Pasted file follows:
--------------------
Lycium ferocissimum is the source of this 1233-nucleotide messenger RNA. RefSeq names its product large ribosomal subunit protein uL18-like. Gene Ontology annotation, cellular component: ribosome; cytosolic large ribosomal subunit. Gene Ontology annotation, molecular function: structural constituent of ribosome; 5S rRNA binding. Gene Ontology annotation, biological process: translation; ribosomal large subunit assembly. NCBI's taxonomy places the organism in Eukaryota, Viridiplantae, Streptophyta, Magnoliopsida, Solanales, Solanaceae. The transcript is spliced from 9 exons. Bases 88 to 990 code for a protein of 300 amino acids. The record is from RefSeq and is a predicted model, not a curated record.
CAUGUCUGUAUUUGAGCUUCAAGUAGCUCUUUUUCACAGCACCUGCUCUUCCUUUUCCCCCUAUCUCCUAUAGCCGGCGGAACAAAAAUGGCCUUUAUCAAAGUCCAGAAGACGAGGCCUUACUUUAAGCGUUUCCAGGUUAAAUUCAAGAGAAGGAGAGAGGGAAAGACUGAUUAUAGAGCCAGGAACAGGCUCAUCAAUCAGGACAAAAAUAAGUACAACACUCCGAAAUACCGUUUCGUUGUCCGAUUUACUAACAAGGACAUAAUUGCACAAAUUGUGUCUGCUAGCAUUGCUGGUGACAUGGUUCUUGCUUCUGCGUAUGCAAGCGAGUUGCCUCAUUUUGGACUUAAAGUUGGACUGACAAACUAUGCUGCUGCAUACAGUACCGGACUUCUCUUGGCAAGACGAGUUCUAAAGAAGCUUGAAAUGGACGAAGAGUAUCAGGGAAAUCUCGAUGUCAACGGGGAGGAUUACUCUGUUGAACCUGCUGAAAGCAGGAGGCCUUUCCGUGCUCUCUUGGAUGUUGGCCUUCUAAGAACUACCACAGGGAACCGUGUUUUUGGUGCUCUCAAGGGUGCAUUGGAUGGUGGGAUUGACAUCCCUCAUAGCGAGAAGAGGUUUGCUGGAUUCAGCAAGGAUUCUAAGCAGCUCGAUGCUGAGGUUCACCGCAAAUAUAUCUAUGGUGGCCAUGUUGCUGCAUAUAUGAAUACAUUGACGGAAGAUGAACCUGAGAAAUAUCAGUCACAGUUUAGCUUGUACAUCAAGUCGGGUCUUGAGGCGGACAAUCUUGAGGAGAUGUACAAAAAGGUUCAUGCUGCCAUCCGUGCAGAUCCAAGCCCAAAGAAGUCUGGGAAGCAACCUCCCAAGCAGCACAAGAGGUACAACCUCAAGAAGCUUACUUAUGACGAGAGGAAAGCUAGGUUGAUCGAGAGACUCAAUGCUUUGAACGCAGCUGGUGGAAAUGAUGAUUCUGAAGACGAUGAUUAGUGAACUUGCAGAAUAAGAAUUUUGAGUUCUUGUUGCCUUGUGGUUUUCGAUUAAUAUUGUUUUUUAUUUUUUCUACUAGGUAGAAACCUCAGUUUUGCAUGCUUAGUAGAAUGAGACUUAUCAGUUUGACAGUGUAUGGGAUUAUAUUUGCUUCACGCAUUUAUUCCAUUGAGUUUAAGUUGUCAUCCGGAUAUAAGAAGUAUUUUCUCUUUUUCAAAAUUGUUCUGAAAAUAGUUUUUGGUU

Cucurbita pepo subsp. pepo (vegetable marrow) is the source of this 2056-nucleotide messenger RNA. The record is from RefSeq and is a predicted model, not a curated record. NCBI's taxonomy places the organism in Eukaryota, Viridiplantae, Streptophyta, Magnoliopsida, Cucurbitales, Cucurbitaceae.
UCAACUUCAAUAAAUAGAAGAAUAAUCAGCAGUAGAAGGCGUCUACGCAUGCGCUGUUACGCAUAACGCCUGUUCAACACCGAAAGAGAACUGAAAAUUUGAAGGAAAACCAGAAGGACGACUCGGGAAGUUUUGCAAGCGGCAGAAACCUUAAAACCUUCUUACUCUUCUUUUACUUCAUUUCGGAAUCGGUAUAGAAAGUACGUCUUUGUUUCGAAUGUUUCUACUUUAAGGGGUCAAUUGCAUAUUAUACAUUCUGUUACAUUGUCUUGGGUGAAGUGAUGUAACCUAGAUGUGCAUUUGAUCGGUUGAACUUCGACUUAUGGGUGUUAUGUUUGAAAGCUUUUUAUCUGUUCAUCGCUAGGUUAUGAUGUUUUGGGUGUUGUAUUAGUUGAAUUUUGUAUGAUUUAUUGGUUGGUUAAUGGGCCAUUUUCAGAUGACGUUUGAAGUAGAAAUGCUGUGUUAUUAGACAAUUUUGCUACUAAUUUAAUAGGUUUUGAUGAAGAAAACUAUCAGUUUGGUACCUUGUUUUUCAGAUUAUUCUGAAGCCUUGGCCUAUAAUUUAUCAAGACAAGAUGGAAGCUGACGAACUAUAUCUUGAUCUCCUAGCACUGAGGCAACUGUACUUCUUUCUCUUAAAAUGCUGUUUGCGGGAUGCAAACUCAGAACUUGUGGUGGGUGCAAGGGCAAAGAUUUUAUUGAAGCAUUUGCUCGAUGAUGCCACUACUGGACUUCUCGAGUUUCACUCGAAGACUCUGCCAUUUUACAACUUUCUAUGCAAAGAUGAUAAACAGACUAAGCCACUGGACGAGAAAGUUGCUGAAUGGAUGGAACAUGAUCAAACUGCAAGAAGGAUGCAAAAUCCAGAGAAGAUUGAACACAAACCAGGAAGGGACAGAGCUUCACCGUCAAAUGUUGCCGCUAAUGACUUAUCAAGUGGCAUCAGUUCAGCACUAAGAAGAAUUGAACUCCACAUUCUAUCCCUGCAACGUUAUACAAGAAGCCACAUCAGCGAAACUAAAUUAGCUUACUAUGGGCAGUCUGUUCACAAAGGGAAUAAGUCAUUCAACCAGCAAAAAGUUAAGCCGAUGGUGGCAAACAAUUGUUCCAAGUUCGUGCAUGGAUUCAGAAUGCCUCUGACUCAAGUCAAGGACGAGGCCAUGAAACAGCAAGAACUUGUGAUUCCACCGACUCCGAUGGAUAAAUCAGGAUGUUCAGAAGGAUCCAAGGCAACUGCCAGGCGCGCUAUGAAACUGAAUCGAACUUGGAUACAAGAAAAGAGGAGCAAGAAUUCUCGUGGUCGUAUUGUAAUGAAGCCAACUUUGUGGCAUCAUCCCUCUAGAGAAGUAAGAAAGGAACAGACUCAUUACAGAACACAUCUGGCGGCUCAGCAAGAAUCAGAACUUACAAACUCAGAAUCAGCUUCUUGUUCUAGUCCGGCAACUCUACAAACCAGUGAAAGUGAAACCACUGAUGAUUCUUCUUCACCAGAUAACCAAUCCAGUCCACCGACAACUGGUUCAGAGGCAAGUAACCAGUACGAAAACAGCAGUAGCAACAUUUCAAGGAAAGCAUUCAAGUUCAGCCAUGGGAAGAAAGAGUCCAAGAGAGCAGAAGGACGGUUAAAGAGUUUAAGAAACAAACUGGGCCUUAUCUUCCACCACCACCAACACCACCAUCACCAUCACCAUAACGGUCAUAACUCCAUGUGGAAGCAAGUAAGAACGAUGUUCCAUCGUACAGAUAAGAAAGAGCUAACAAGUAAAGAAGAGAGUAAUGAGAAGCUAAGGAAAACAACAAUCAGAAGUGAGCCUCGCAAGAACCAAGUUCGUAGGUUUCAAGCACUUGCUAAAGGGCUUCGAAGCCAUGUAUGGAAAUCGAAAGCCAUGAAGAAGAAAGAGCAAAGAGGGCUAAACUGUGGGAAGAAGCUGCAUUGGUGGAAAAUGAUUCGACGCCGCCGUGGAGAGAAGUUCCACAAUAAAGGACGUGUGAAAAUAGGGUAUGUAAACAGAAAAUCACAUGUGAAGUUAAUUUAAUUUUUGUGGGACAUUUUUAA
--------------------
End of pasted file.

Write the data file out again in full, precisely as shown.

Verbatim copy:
Lycium ferocissimum is the source of this 1233-nucleotide messenger RNA. RefSeq names its product large ribosomal subunit protein uL18-like. Gene Ontology annotation, cellular component: ribosome; cytosolic large ribosomal subunit. Gene Ontology annotation, molecular function: structural constituent of ribosome; 5S rRNA binding. Gene Ontology annotation, biological process: translation; ribosomal large subunit assembly. NCBI's taxonomy places the organism in Eukaryota, Viridiplantae, Streptophyta, Magnoliopsida, Solanales, Solanaceae. The transcript is spliced from 9 exons. Bases 88 to 990 code for a protein of 300 amino acids. The record is from RefSeq and is a predicted model, not a curated record.
CAUGUCUGUAUUUGAGCUUCAAGUAGCUCUUUUUCACAGCACCUGCUCUUCCUUUUCCCCCUAUCUCCUAUAGCCGGCGGAACAAAAAUGGCCUUUAUCAAAGUCCAGAAGACGAGGCCUUACUUUAAGCGUUUCCAGGUUAAAUUCAAGAGAAGGAGAGAGGGAAAGACUGAUUAUAGAGCCAGGAACAGGCUCAUCAAUCAGGACAAAAAUAAGUACAACACUCCGAAAUACCGUUUCGUUGUCCGAUUUACUAACAAGGACAUAAUUGCACAAAUUGUGUCUGCUAGCAUUGCUGGUGACAUGGUUCUUGCUUCUGCGUAUGCAAGCGAGUUGCCUCAUUUUGGACUUAAAGUUGGACUGACAAACUAUGCUGCUGCAUACAGUACCGGACUUCUCUUGGCAAGACGAGUUCUAAAGAAGCUUGAAAUGGACGAAGAGUAUCAGGGAAAUCUCGAUGUCAACGGGGAGGAUUACUCUGUUGAACCUGCUGAAAGCAGGAGGCCUUUCCGUGCUCUCUUGGAUGUUGGCCUUCUAAGAACUACCACAGGGAACCGUGUUUUUGGUGCUCUCAAGGGUGCAUUGGAUGGUGGGAUUGACAUCCCUCAUAGCGAGAAGAGGUUUGCUGGAUUCAGCAAGGAUUCUAAGCAGCUCGAUGCUGAGGUUCACCGCAAAUAUAUCUAUGGUGGCCAUGUUGCUGCAUAUAUGAAUACAUUGACGGAAGAUGAACCUGAGAAAUAUCAGUCACAGUUUAGCUUGUACAUCAAGUCGGGUCUUGAGGCGGACAAUCUUGAGGAGAUGUACAAAAAGGUUCAUGCUGCCAUCCGUGCAGAUCCAAGCCCAAAGAAGUCUGGGAAGCAACCUCCCAAGCAGCACAAGAGGUACAACCUCAAGAAGCUUACUUAUGACGAGAGGAAAGCUAGGUUGAUCGAGAGACUCAAUGCUUUGAACGCAGCUGGUGGAAAUGAUGAUUCUGAAGACGAUGAUUAGUGAACUUGCAGAAUAAGAAUUUUGAGUUCUUGUUGCCUUGUGGUUUUCGAUUAAUAUUGUUUUUUAUUUUUUCUACUAGGUAGAAACCUCAGUUUUGCAUGCUUAGUAGAAUGAGACUUAUCAGUUUGACAGUGUAUGGGAUUAUAUUUGCUUCACGCAUUUAUUCCAUUGAGUUUAAGUUGUCAUCCGGAUAUAAGAAGUAUUUUCUCUUUUUCAAAAUUGUUCUGAAAAUAGUUUUUGGUU

Cucurbita pepo subsp. pepo (vegetable marrow) is the source of this 2056-nucleotide messenger RNA. The record is from RefSeq and is a predicted model, not a curated record. NCBI's taxonomy places the organism in Eukaryota, Viridiplantae, Streptophyta, Magnoliopsida, Cucurbitales, Cucurbitaceae.
UCAACUUCAAUAAAUAGAAGAAUAAUCAGCAGUAGAAGGCGUCUACGCAUGCGCUGUUACGCAUAACGCCUGUUCAACACCGAAAGAGAACUGAAAAUUUGAAGGAAAACCAGAAGGACGACUCGGGAAGUUUUGCAAGCGGCAGAAACCUUAAAACCUUCUUACUCUUCUUUUACUUCAUUUCGGAAUCGGUAUAGAAAGUACGUCUUUGUUUCGAAUGUUUCUACUUUAAGGGGUCAAUUGCAUAUUAUACAUUCUGUUACAUUGUCUUGGGUGAAGUGAUGUAACCUAGAUGUGCAUUUGAUCGGUUGAACUUCGACUUAUGGGUGUUAUGUUUGAAAGCUUUUUAUCUGUUCAUCGCUAGGUUAUGAUGUUUUGGGUGUUGUAUUAGUUGAAUUUUGUAUGAUUUAUUGGUUGGUUAAUGGGCCAUUUUCAGAUGACGUUUGAAGUAGAAAUGCUGUGUUAUUAGACAAUUUUGCUACUAAUUUAAUAGGUUUUGAUGAAGAAAACUAUCAGUUUGGUACCUUGUUUUUCAGAUUAUUCUGAAGCCUUGGCCUAUAAUUUAUCAAGACAAGAUGGAAGCUGACGAACUAUAUCUUGAUCUCCUAGCACUGAGGCAACUGUACUUCUUUCUCUUAAAAUGCUGUUUGCGGGAUGCAAACUCAGAACUUGUGGUGGGUGCAAGGGCAAAGAUUUUAUUGAAGCAUUUGCUCGAUGAUGCCACUACUGGACUUCUCGAGUUUCACUCGAAGACUCUGCCAUUUUACAACUUUCUAUGCAAAGAUGAUAAACAGACUAAGCCACUGGACGAGAAAGUUGCUGAAUGGAUGGAACAUGAUCAAACUGCAAGAAGGAUGCAAAAUCCAGAGAAGAUUGAACACAAACCAGGAAGGGACAGAGCUUCACCGUCAAAUGUUGCCGCUAAUGACUUAUCAAGUGGCAUCAGUUCAGCACUAAGAAGAAUUGAACUCCACAUUCUAUCCCUGCAACGUUAUACAAGAAGCCACAUCAGCGAAACUAAAUUAGCUUACUAUGGGCAGUCUGUUCACAAAGGGAAUAAGUCAUUCAACCAGCAAAAAGUUAAGCCGAUGGUGGCAAACAAUUGUUCCAAGUUCGUGCAUGGAUUCAGAAUGCCUCUGACUCAAGUCAAGGACGAGGCCAUGAAACAGCAAGAACUUGUGAUUCCACCGACUCCGAUGGAUAAAUCAGGAUGUUCAGAAGGAUCCAAGGCAACUGCCAGGCGCGCUAUGAAACUGAAUCGAACUUGGAUACAAGAAAAGAGGAGCAAGAAUUCUCGUGGUCGUAUUGUAAUGAAGCCAACUUUGUGGCAUCAUCCCUCUAGAGAAGUAAGAAAGGAACAGACUCAUUACAGAACACAUCUGGCGGCUCAGCAAGAAUCAGAACUUACAAACUCAGAAUCAGCUUCUUGUUCUAGUCCGGCAACUCUACAAACCAGUGAAAGUGAAACCACUGAUGAUUCUUCUUCACCAGAUAACCAAUCCAGUCCACCGACAACUGGUUCAGAGGCAAGUAACCAGUACGAAAACAGCAGUAGCAACAUUUCAAGGAAAGCAUUCAAGUUCAGCCAUGGGAAGAAAGAGUCCAAGAGAGCAGAAGGACGGUUAAAGAGUUUAAGAAACAAACUGGGCCUUAUCUUCCACCACCACCAACACCACCAUCACCAUCACCAUAACGGUCAUAACUCCAUGUGGAAGCAAGUAAGAACGAUGUUCCAUCGUACAGAUAAGAAAGAGCUAACAAGUAAAGAAGAGAGUAAUGAGAAGCUAAGGAAAACAACAAUCAGAAGUGAGCCUCGCAAGAACCAAGUUCGUAGGUUUCAAGCACUUGCUAAAGGGCUUCGAAGCCAUGUAUGGAAAUCGAAAGCCAUGAAGAAGAAAGAGCAAAGAGGGCUAAACUGUGGGAAGAAGCUGCAUUGGUGGAAAAUGAUUCGACGCCGCCGUGGAGAGAAGUUCCACAAUAAAGGACGUGUGAAAAUAGGGUAUGUAAACAGAAAAUCACAUGUGAAGUUAAUUUAAUUUUUGUGGGACAUUUUUAA